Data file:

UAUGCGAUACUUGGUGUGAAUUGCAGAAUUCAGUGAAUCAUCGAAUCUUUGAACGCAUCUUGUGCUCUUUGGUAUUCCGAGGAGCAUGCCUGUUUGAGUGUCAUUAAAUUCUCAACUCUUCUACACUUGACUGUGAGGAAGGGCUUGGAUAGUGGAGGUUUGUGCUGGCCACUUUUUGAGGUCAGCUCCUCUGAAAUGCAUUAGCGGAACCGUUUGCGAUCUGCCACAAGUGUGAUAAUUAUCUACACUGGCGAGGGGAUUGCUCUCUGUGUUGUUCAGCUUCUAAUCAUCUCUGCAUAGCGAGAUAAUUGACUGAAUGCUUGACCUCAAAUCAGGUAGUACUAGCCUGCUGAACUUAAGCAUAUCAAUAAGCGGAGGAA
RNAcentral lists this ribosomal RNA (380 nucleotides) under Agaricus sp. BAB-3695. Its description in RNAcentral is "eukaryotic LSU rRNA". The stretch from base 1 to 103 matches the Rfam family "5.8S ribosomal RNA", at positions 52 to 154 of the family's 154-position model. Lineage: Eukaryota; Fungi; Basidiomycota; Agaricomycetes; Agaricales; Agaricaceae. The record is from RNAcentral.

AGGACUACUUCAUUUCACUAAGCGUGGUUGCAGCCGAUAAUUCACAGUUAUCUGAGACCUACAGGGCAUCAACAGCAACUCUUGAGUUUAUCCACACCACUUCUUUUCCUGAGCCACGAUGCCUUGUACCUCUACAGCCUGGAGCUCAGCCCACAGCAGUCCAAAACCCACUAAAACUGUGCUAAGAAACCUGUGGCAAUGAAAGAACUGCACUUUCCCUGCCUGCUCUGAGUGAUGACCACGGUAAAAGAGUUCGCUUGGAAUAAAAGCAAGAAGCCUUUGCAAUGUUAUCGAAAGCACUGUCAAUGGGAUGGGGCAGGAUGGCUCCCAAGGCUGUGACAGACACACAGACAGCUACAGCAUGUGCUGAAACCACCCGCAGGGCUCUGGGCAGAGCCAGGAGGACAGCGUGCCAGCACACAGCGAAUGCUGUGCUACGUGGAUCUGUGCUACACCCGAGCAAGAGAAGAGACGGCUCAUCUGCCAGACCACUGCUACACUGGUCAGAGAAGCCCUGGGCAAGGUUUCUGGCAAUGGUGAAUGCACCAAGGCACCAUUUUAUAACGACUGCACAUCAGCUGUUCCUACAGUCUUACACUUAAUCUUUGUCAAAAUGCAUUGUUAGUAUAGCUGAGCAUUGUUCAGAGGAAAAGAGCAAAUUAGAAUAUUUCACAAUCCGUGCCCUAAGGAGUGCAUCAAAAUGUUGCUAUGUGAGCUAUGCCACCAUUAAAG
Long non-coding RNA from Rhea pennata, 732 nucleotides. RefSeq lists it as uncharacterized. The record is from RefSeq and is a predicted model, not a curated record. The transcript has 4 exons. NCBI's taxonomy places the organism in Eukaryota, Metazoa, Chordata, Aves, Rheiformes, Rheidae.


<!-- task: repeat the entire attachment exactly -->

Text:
UAUGCGAUACUUGGUGUGAAUUGCAGAAUUCAGUGAAUCAUCGAAUCUUUGAACGCAUCUUGUGCUCUUUGGUAUUCCGAGGAGCAUGCCUGUUUGAGUGUCAUUAAAUUCUCAACUCUUCUACACUUGACUGUGAGGAAGGGCUUGGAUAGUGGAGGUUUGUGCUGGCCACUUUUUGAGGUCAGCUCCUCUGAAAUGCAUUAGCGGAACCGUUUGCGAUCUGCCACAAGUGUGAUAAUUAUCUACACUGGCGAGGGGAUUGCUCUCUGUGUUGUUCAGCUUCUAAUCAUCUCUGCAUAGCGAGAUAAUUGACUGAAUGCUUGACCUCAAAUCAGGUAGUACUAGCCUGCUGAACUUAAGCAUAUCAAUAAGCGGAGGAA
RNAcentral lists this ribosomal RNA (380 nucleotides) under Agaricus sp. BAB-3695. Its description in RNAcentral is "eukaryotic LSU rRNA". The stretch from base 1 to 103 matches the Rfam family "5.8S ribosomal RNA", at positions 52 to 154 of the family's 154-position model. Lineage: Eukaryota; Fungi; Basidiomycota; Agaricomycetes; Agaricales; Agaricaceae. The record is from RNAcentral.

AGGACUACUUCAUUUCACUAAGCGUGGUUGCAGCCGAUAAUUCACAGUUAUCUGAGACCUACAGGGCAUCAACAGCAACUCUUGAGUUUAUCCACACCACUUCUUUUCCUGAGCCACGAUGCCUUGUACCUCUACAGCCUGGAGCUCAGCCCACAGCAGUCCAAAACCCACUAAAACUGUGCUAAGAAACCUGUGGCAAUGAAAGAACUGCACUUUCCCUGCCUGCUCUGAGUGAUGACCACGGUAAAAGAGUUCGCUUGGAAUAAAAGCAAGAAGCCUUUGCAAUGUUAUCGAAAGCACUGUCAAUGGGAUGGGGCAGGAUGGCUCCCAAGGCUGUGACAGACACACAGACAGCUACAGCAUGUGCUGAAACCACCCGCAGGGCUCUGGGCAGAGCCAGGAGGACAGCGUGCCAGCACACAGCGAAUGCUGUGCUACGUGGAUCUGUGCUACACCCGAGCAAGAGAAGAGACGGCUCAUCUGCCAGACCACUGCUACACUGGUCAGAGAAGCCCUGGGCAAGGUUUCUGGCAAUGGUGAAUGCACCAAGGCACCAUUUUAUAACGACUGCACAUCAGCUGUUCCUACAGUCUUACACUUAAUCUUUGUCAAAAUGCAUUGUUAGUAUAGCUGAGCAUUGUUCAGAGGAAAAGAGCAAAUUAGAAUAUUUCACAAUCCGUGCCCUAAGGAGUGCAUCAAAAUGUUGCUAUGUGAGCUAUGCCACCAUUAAAG
Long non-coding RNA from Rhea pennata, 732 nucleotides. RefSeq lists it as uncharacterized. The record is from RefSeq and is a predicted model, not a curated record. The transcript has 4 exons. NCBI's taxonomy places the organism in Eukaryota, Metazoa, Chordata, Aves, Rheiformes, Rheidae.